We’ve all made money mistakes. How can you go through life and not?
Mistakes are actually good things as they provide excellent learning experiences and force us to look at alternatives. They help us adjust our thinking, understand what does and doesn’t work, and find more creative solutions that broaden our horizons. Most of all, mistakes help us build our confidence when we’re able to recover from them.
The problem isn’t making mistakes. The problem is when we don’t recover emotionally from our mistakes. Unfortunately, this is a scenario we see too often but it can be especially impactful for women in their 50s or older who are dealing with the ramifications of past money mistakes.
It’s not uncommon for more life-experienced (notice I didn’t say older) women to have made financial mistakes that they haven’t recovered from, either emotionally and/or financially. Perhaps you didn’t save enough in retirement when you were younger? Maybe you helped your kids pay for their school from your retirement funds or maybe you took out a Parent Plus loan? Whatever it is, if you’re feeling bad about it, it’s time to deal with the negative emotions. Dealing with the financial aspect is important, but today is about forgiving yourself for what and where you went wrong.
Why is this so important? Often, these are the types of mistakes that cause us trauma as we worry about our ability to retire or pay off a large debt. Finances are one of the causes of Broken Heart Syndrome because of the stress it wreaks on our bodies. According to a renowned book on trauma, The Body Keeps the Score by Bessel van der Kolk, our bodies literally lock in feelings tied to trauma. As we recall painful memories, our bodies feel the original emotions every single time. Trauma and its resulting stress hurt us through changes to body and brain, and those harms can persist throughout life. Excess stress can predispose us to everything from diabetes to heart disease, maybe even cancer. This isn’t healthy, productive, or enjoyable. In fact, the experience of reliving trauma makes you feel worse and provides no benefit for your brain or body. Money trauma is real and when these feelings aren’t addressed, our minds and bodies suffer.
The first step is to make peace with what you did or didn’t do. You were doing the best you could with the information you had at that moment. Period. End of story. Trying to reason why you did it or what you could’ve done better isn’t really worth your time and energy. Whatever lessons there are, take them to heart and apply them to your life going forward. Making peace can be done through a variety of means, like symbolically by writing the act on a piece of paper and burning it or through mindfulness exercises. Simply saying aloud that you forgive yourself is very powerful.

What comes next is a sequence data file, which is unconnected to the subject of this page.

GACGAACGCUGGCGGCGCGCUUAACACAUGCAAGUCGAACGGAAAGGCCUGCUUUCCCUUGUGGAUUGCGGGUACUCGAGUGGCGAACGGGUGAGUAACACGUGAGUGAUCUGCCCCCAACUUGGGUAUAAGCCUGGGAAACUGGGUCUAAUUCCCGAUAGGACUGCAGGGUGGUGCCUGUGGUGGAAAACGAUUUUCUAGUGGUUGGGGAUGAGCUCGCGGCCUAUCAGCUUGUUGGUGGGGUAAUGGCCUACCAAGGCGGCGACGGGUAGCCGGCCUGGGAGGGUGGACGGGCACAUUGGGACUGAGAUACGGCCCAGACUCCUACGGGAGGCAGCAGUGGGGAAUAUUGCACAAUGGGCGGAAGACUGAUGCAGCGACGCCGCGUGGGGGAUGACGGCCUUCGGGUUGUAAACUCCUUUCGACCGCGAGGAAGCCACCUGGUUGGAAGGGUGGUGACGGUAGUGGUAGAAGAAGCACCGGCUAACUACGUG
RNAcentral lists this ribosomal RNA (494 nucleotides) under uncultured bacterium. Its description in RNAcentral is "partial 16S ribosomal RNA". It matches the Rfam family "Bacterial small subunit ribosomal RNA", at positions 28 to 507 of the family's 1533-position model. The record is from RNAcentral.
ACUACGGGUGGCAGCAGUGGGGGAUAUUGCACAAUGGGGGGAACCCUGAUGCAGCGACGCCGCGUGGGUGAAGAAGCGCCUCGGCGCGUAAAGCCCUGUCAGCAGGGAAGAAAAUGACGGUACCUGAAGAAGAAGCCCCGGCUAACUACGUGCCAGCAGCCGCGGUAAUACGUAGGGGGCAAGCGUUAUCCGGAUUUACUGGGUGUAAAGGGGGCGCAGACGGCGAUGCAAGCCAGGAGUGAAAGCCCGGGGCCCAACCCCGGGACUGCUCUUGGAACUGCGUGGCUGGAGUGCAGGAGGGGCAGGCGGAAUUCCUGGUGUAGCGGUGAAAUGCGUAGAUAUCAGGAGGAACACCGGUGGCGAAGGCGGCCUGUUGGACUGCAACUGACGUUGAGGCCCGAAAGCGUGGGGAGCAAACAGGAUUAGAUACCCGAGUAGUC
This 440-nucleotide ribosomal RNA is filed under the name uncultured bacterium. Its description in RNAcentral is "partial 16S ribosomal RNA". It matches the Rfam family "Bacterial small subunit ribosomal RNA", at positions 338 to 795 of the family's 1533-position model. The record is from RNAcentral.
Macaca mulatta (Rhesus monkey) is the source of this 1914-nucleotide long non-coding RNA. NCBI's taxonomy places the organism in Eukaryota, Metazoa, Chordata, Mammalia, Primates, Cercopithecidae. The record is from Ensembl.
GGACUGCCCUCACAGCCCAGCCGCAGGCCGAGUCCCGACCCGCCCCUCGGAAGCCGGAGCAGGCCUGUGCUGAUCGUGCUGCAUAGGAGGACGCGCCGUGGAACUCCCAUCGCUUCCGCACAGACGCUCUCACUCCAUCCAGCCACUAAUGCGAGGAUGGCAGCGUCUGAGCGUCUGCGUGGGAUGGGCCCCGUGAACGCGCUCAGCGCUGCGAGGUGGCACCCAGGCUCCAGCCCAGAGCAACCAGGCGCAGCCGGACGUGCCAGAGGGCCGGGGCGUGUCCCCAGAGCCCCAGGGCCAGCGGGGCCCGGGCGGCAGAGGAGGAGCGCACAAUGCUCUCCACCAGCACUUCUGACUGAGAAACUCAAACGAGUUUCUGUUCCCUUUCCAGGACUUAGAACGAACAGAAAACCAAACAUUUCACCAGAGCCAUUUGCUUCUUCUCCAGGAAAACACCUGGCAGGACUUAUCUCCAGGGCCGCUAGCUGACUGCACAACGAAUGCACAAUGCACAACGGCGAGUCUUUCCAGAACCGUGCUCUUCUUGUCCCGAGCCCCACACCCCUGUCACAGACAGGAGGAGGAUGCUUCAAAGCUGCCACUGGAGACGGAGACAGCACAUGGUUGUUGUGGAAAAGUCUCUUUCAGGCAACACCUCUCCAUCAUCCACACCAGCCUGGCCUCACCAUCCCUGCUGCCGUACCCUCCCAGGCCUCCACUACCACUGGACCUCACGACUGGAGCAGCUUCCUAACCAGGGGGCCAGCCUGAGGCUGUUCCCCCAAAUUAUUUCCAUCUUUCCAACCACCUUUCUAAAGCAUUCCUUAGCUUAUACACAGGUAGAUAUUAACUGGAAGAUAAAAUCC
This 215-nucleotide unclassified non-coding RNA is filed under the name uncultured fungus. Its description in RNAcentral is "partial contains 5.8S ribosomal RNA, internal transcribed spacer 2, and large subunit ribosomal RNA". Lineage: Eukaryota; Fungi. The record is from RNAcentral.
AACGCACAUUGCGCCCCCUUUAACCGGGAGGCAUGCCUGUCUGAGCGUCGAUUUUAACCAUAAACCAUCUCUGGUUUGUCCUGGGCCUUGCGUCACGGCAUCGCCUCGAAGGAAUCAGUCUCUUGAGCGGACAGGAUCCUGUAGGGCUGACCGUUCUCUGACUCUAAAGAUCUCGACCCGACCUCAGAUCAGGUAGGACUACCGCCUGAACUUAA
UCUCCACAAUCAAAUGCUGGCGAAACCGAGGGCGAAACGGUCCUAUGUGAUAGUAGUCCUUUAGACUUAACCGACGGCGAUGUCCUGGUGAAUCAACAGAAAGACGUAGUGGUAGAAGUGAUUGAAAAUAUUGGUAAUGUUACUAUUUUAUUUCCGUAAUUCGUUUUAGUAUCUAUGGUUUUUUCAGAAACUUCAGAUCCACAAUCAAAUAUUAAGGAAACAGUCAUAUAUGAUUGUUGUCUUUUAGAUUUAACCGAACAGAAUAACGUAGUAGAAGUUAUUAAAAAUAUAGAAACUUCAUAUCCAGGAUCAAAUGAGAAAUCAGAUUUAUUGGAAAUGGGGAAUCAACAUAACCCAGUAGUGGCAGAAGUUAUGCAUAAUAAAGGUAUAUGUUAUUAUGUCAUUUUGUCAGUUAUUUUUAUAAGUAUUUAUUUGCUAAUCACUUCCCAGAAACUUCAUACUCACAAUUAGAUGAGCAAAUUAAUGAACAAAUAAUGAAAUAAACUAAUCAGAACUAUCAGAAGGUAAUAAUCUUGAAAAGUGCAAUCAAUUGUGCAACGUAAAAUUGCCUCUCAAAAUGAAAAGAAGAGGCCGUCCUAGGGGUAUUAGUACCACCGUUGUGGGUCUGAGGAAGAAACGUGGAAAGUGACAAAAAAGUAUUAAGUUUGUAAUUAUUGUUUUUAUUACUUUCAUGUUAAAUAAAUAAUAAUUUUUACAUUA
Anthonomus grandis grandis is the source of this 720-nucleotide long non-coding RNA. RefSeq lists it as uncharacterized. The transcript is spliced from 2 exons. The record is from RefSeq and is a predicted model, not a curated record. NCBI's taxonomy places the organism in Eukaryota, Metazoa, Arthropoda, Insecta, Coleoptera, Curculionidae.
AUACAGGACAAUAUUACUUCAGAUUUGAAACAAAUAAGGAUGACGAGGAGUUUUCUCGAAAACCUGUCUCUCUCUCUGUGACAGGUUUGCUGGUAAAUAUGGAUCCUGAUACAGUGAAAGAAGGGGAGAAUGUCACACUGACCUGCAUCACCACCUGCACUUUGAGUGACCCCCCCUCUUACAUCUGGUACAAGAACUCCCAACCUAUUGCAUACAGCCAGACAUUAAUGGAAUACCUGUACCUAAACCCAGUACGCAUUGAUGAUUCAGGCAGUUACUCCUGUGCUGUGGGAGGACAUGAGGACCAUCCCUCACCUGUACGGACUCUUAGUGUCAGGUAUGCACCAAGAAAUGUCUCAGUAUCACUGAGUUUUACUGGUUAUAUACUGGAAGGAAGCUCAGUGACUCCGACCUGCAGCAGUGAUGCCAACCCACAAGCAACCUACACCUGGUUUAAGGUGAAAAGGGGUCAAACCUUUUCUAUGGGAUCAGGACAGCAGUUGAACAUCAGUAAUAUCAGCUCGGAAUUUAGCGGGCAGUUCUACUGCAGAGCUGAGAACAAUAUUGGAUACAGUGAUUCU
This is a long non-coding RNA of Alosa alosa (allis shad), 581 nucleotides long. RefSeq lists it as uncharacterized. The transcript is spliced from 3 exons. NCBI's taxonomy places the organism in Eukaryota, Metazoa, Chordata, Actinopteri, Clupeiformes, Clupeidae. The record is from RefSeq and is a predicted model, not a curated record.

After making peace with the mistake, take ownership of what happened. Accept the blame and don’t deflect or direct fault elsewhere. Blaming credit card companies or universities or anyone else doesn’t fully allow you to move forward because it allows you to claim the victim mentality. By accepting what happened you are in the driver’s seat to move forward in full control.
Sure, there may be things you need to learn or adjustments you need to make to make better decisions, but by taking these steps, you are saying to yourself that you are in charge and you are positioned to do what needs to be done. You can move forward without the emotional (or physical) baggage of the past.
Start healing from past financial mistakes today. Your mind and body depend on it.
Gayle Evezich, AFC® is a Senior Financial Concierge at Your Money Line and personal finance author. Gayle’s greatest joy is to help others find comfort with their money through financial empowerment. When not working or donating her services, you can find Gayle hiking, cooking creative vegan food, traveling or reading scandalous murder mysteries!